By Enrique Pavlioglou
Here are two things that are true: First, creative potential thrives and depends on creative minds meeting and sharing. Second, I wake up and am everyday, along with the rest of the world, powerfully influenced by a phenomenon to which we give little thought, the weather.
Earlier this month, IBM Cloud and The Weather Company finalized the partnership they had announced back in March 2015. For The Weather Company (formerly known as “Weather Systems International”), this partnership will prove key to its goal of applying Watson’s cognitive computing to IoT. It’s a goal, however, that feeds a larger purpose. With IBM as a parent company, The Weather Company hopes to contribute to solving what its CIO and CTO, Bryson Koehler, calls “the original big data problem”—the weather.
The story of this partnership is an old one, really. Essentially back in October 2014, a big data event led to drinks at a Las Vegas bar, that led to a conversation between two CTO’s—IBM Cloud's Mac Devine and Koehler—whose then-conversation led to a now-partnership between the two major companies the interests and abilities of which matched auspiciously well.
When Devine described to Koehler, IBM’s goal to move away from made-to-measure solutions that had to be re-built for each client and towards “API-driven creation” of apps for clients, Koehler had been quick to offer a solution. Saving IBM the trouble of having to build its own, Koehler extended an invitation that IBM use The Weather Company’s platform, instead. Surprised, Devine had hesitated and asked, “but isn’t that just a weather platform?” Koehler emphatically responded: “No!”
Koehler’s enthusiasm likely stemmed from his close knowledge of the The Weather Company’s infrastructure. Having joined The Weather Company in 2012, he had led a team to update the company’s infrastructure and had managed to transform from 13, shabby, maxed-out data centers and “aging” apps into a new cloud-based and cloud-agnostic, data-driven infrastructure that yielded the delivery of weather-related data content through an API.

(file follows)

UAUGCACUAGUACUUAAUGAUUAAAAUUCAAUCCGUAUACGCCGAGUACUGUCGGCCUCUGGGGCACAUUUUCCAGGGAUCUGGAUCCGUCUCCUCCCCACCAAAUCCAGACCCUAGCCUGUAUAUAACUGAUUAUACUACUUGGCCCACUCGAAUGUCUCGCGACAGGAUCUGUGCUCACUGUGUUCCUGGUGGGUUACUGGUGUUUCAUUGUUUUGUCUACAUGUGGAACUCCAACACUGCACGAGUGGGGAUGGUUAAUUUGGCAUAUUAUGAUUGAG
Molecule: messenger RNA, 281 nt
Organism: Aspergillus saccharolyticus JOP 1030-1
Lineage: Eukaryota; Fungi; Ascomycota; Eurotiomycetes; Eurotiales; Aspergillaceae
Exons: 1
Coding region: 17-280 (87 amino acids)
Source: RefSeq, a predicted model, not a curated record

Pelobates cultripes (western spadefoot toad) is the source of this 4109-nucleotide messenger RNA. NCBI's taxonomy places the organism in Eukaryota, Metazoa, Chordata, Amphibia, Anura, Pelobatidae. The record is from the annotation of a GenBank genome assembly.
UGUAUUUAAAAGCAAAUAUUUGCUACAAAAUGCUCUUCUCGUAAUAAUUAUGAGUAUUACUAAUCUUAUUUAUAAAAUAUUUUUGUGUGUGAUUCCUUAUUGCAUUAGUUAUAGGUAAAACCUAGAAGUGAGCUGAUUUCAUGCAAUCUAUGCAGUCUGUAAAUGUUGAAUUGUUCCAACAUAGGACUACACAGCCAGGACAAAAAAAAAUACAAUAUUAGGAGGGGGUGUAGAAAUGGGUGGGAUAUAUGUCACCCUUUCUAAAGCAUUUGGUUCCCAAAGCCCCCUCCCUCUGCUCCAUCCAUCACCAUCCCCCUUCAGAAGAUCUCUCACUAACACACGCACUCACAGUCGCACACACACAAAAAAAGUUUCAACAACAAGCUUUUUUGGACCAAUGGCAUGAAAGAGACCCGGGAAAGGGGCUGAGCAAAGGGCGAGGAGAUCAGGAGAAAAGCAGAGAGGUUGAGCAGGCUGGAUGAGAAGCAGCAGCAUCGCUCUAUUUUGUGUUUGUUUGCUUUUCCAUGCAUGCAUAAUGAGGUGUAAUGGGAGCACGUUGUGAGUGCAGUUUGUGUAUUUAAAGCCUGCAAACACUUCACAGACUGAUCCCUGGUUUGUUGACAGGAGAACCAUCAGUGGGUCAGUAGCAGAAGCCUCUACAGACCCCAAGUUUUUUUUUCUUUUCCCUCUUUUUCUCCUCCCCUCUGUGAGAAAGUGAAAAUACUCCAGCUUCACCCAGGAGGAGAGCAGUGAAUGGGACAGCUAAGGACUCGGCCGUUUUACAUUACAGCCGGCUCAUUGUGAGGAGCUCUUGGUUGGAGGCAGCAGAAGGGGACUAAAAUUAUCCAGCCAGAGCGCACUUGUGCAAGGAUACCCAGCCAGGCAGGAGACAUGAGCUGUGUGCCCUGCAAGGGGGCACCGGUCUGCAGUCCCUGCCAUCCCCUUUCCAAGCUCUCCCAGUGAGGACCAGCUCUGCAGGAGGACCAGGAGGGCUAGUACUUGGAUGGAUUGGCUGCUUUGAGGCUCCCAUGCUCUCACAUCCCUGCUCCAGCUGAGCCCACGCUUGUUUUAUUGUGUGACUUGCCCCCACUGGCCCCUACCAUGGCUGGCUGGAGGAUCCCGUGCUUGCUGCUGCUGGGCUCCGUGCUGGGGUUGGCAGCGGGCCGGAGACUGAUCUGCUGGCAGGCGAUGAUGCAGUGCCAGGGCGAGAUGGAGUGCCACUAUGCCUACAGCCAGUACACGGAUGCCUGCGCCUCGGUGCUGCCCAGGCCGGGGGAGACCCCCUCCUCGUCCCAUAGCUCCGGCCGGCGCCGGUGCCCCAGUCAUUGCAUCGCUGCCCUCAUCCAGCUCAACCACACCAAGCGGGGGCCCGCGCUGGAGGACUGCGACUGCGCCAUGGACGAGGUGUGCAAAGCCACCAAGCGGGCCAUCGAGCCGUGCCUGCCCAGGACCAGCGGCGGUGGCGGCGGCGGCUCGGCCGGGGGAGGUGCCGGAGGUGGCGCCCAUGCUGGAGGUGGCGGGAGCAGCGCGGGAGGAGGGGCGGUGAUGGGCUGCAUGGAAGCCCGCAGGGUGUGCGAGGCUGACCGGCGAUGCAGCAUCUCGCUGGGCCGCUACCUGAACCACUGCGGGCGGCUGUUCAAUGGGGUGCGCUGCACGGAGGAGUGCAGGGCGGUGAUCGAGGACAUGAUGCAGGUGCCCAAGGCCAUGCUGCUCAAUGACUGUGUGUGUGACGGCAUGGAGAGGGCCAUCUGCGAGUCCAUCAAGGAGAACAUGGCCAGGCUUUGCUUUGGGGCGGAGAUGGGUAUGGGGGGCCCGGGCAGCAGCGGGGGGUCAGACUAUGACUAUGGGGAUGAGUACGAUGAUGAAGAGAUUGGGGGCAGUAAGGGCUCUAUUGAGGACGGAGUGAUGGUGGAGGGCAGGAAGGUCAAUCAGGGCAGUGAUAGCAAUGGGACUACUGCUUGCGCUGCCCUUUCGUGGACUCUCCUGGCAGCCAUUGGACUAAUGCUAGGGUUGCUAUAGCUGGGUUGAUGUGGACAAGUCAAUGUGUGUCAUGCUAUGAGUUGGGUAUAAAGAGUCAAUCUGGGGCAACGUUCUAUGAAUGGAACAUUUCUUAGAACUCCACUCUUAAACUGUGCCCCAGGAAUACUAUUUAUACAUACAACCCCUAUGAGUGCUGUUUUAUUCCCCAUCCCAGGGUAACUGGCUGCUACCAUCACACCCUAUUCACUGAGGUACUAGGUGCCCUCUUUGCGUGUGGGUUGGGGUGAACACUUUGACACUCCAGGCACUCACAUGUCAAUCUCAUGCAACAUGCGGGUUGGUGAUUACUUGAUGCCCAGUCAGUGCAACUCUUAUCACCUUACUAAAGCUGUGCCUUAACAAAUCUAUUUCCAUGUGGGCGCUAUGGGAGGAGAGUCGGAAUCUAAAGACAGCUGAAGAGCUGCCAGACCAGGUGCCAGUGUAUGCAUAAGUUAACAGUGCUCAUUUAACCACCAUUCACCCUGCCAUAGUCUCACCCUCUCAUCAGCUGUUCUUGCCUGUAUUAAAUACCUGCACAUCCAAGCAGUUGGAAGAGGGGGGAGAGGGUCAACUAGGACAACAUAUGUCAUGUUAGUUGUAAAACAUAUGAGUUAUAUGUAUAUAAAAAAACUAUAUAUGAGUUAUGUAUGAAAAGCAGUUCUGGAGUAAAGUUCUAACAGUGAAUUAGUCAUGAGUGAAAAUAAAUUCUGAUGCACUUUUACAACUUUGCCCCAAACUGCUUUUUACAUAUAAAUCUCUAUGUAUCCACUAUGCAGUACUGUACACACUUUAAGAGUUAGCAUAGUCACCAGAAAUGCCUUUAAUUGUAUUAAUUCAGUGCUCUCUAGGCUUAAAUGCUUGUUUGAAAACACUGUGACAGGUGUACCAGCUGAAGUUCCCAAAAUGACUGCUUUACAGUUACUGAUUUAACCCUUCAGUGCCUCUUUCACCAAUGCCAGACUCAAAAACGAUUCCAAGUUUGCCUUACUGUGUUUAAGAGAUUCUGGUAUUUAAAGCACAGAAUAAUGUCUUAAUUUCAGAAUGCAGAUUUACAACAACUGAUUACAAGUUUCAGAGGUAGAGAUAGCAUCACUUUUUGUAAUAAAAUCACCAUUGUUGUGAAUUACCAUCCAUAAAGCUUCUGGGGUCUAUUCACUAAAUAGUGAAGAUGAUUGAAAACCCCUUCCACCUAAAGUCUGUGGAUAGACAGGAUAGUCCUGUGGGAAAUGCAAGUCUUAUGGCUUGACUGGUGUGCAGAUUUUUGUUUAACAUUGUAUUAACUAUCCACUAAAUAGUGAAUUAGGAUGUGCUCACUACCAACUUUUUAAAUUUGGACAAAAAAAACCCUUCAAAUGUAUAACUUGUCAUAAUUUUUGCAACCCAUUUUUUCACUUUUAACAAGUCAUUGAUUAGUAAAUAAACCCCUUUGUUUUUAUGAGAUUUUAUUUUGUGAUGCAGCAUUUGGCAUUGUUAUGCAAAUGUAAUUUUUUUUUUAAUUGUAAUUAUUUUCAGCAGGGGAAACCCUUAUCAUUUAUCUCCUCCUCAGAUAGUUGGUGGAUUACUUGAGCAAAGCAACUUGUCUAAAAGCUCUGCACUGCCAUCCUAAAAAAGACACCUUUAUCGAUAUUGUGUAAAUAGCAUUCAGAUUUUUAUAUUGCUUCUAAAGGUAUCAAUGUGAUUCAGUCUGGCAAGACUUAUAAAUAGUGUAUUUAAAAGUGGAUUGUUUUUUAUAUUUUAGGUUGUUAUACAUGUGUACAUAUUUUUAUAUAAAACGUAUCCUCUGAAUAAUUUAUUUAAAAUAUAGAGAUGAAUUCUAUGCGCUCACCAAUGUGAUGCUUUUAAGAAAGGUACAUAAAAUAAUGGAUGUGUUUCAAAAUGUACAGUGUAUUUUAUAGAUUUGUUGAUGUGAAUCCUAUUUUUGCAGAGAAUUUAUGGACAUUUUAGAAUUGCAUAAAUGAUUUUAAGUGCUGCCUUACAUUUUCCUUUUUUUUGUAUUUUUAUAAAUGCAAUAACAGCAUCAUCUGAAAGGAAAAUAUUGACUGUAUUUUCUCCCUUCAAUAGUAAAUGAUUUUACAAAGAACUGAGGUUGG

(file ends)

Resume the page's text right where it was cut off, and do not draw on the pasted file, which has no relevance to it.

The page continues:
If you were inclined to superstition, you might take how readily these two matched each other as an omen for how well the project which their conversation had resulted in would grow. But this an enlightened age, and the two were brought together by an event precisely organized for the purpose of sparking collaborations by bringing together people like Koehler and Devine of the tech industry. Events like these are perfect examples of creativity flourishing when watered through by the exchange of knowledge.
Which brings me to the second part: Every morning that I wake up, I unplug my phone and look at the weather app. Though I never think about it too much, the weather wields heavy influence on my everyday life: how I eat, feel, and dress. While no one will ever be able to control the weather, IBM’s new partnership with The Weather Company could change the way we understand weather and make us more prepared for its surprises.
Predicting the weather is a massive challenge, and part of the beauty of IBM and The Weather Channel's approach is in how their solution builds organically on what already exists. Weather forecasters have been using IoT-like tech for decades. After all, the nuts and bolts of a weather station are the devices it uses to receive and communicate weather-related information (e.g. temperature, wind speed, atmospheric pressure, etc.) that is collected and measured by sensors. These sensors translate these data and relay it to a display where it can be analyzed and mined for additional information.
The potential of this data is limitless. Think about it: It extends far beyond the average person's everyday life because weather affects just about everything. How we dress, what happens at work, roads can be covered in snow or submerged in water, hail can cause incredible amounts of damage, droughts can destroy the foundations of buildings and highways, etc. In fact, weather has been designated as the single most largest external factor affecting business performance. The heavy toll on businesses is estimated at about one trillion every year. (That’s more money in one year than the combined fortunes of the top 10 richest people world (Forbes).)
So what is IBM going to do about it?
The Weather Company and its new parent company, IBM, will aim to include Watson’s computing power as well as IoT devices to track and better predict weather patterns. Technology has come a long way in this field, however there is much room for improvement. IBM will also enable its cloud computing power and liberate The Weather Company's already-maxed-out data centers to provide crucial information to external companies.
The information provided by IBM could especially alleviate the damages and delays that businesses that thrive on transport experience during inclement weather. It will provide a wide range of tools and time frames in which companies can deliver and transport products and services with less time loss and greater cost-efficiency. Ultimately, IBM and The Weather Company's IoT solution will not only aid business but our everyday lives, predicting disasters before they happen and reducing loss.